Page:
How Many G’s Are You Pulling And How Much Can Your Body Take?

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Our favorite NHRA drag racer, Terry McMillen reaches between 3 and 3.5 Gs in his Top Fuel drag racing car

I saw an interesting report on CNN the other day. Dr. Sanjay Gupta was talking about G-force.

Gravitational force has always been interesting to me — ever since Jim told me that our favorite NHRA driver, Terry McMillen reaches between 3 and 3.5 G’s behind the wheel of his Top Fuel drag racing car each time he goes down the track.

But I’ve never really understood how G-forces work and how many G’s do what to your body — until now.

Here’s what I’ve recently learned about Gravitational force…

What Exactly Is Gravitational Force?

I bet you’re asking, “What is G-force, anyway?”

These 2 points have helped me understand what Gravitational force means:

#1 – Here’s how G-force relates to your body weight:

4 G’s means 4 times the force of gravity — which alone is a force to be dealt with. That means: If you weigh 100 lbs, you would weigh 400 lbs. at 4 G’s.

#2 – Use this as a baseline for understanding G-force:

The force of gravity when you sit, stand or lie down is considered 1 G. In our daily activities, we rarely experience anything other than 1 G.

From a medical standpoint, at 4 G’s, you will start to lose color vision, which is why it is called “graying out” — 4.5 G’s and you may lose vision all together. Higher G’s and your lungs start to collapse, your esophagus stretches, your stomach drops and blood pools significantly in your legs. It’s hard for the human body to take, although my pilot seemed to be enjoying it and joking the whole time, sometimes at my expense.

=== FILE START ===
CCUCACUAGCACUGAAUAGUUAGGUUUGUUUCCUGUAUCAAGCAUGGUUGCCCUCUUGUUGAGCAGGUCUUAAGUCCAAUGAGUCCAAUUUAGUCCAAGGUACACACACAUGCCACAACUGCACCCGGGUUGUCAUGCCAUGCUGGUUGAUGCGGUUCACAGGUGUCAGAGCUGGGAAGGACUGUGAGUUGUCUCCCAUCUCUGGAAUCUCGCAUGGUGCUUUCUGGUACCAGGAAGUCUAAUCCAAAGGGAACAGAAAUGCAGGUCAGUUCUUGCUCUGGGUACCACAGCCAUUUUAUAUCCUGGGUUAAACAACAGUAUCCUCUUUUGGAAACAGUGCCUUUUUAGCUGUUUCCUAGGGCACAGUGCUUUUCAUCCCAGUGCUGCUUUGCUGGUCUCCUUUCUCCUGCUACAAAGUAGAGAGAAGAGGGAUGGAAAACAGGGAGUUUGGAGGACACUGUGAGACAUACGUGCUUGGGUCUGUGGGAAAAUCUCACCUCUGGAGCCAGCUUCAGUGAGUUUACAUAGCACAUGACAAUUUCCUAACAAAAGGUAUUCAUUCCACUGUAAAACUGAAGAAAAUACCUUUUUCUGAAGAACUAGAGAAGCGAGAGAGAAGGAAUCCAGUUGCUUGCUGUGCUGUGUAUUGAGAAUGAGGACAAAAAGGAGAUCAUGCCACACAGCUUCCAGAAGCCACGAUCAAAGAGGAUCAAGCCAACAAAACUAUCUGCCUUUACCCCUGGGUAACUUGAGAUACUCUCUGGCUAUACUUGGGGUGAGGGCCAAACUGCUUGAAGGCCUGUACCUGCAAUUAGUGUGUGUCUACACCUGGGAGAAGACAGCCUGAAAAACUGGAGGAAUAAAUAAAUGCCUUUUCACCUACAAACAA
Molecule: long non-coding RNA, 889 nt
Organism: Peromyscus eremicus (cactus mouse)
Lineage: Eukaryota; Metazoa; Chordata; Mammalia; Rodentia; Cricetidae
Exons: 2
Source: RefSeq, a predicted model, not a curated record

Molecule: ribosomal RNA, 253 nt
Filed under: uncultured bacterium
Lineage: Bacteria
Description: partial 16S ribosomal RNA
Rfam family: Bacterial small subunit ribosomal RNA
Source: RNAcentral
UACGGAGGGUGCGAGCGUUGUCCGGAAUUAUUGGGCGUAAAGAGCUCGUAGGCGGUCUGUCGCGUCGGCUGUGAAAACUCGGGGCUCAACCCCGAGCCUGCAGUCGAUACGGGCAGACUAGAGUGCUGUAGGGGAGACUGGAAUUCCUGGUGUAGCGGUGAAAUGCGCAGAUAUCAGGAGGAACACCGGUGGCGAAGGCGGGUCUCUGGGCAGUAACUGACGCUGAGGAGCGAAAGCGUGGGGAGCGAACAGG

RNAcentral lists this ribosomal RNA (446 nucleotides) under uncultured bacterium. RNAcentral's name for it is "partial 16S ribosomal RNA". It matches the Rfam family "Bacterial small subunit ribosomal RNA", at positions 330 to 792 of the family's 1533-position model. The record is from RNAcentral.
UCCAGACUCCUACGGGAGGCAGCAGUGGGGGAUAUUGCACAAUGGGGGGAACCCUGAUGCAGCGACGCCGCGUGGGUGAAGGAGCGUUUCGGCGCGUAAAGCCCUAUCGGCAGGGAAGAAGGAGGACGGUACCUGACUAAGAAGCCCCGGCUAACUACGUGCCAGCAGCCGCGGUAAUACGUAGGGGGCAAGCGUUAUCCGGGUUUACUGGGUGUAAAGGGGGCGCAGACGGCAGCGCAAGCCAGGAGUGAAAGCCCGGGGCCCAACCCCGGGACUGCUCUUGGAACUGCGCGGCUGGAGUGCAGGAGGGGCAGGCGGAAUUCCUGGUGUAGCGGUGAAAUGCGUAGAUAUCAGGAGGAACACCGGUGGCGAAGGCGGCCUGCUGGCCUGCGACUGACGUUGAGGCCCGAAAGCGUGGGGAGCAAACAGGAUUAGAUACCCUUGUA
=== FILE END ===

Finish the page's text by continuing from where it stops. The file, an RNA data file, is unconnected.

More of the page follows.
— CNN Report: Dr. G and the G Forces

How Gravitational Forces Affect Your Body

roller coaster g force causes excitement in some and fear in others

Here are some G-force examples:

As you pull more G’s, your weight increases correspondingly. Your 10-pound head will weigh 90 pounds when you pull 9 G’s! If you continue to pull high G’s, the G-force will push the blood in your body towards your feet and resist your heart’s attempts to pump it back up to your brain. You will begin to get tunnel vision, then things will lose color and turn white, and finally everything will go black. You’ve just experienced the onset of Gravity Induced Loss of Consciousness (GLOC).

Aerodynamics and G-Forces

Must read: How Safe Is A Roller Coaster In The Sky?

GLOC Captured On Video

GLOC is the Gravity-Induced Loss of Consciousness.

Watch as this guy experiences GLOC and passes out at 8 G’s:

Ways To Combat G-Forces

G-force is so strong, it is pushing this guy's face back

I figured there were some “tricks of the trade” to help you combat the effects of the G-forces.

But I had always thought they revolved around pre-gravitational force activities — like working out, bulking up, and doing some breathing exercises.

As it turns out, there are things you can do right at the moment you start experiencing the effects of the G-forces:

[There are] breathing techniques and exercises that help one combat G forces. Simply tensing your leg muscles and trying to stand up against the 12 point harness will force blood into the upper part of your body, including your heart and brain. Contracting your stomach muscles and saying “hick” loudly also does a good job of keeping that blood where it needs to be. 


How To Experience Weightlessness Yourself

Of course, on the other end of the spectrum, there are places that let you experience weightlessness (or zero gravity).

See how it’s done… How zero-gravity flights & weightlessness work.

~ Johnathan Strickland

Here are some places where you can experience weightlessness for yourself:

See how to float like an astronaut in the promo video for Zero G:

More About Gravitational Force

In addition to the links I’ve included above, following are some other resources to help you understand G-force better: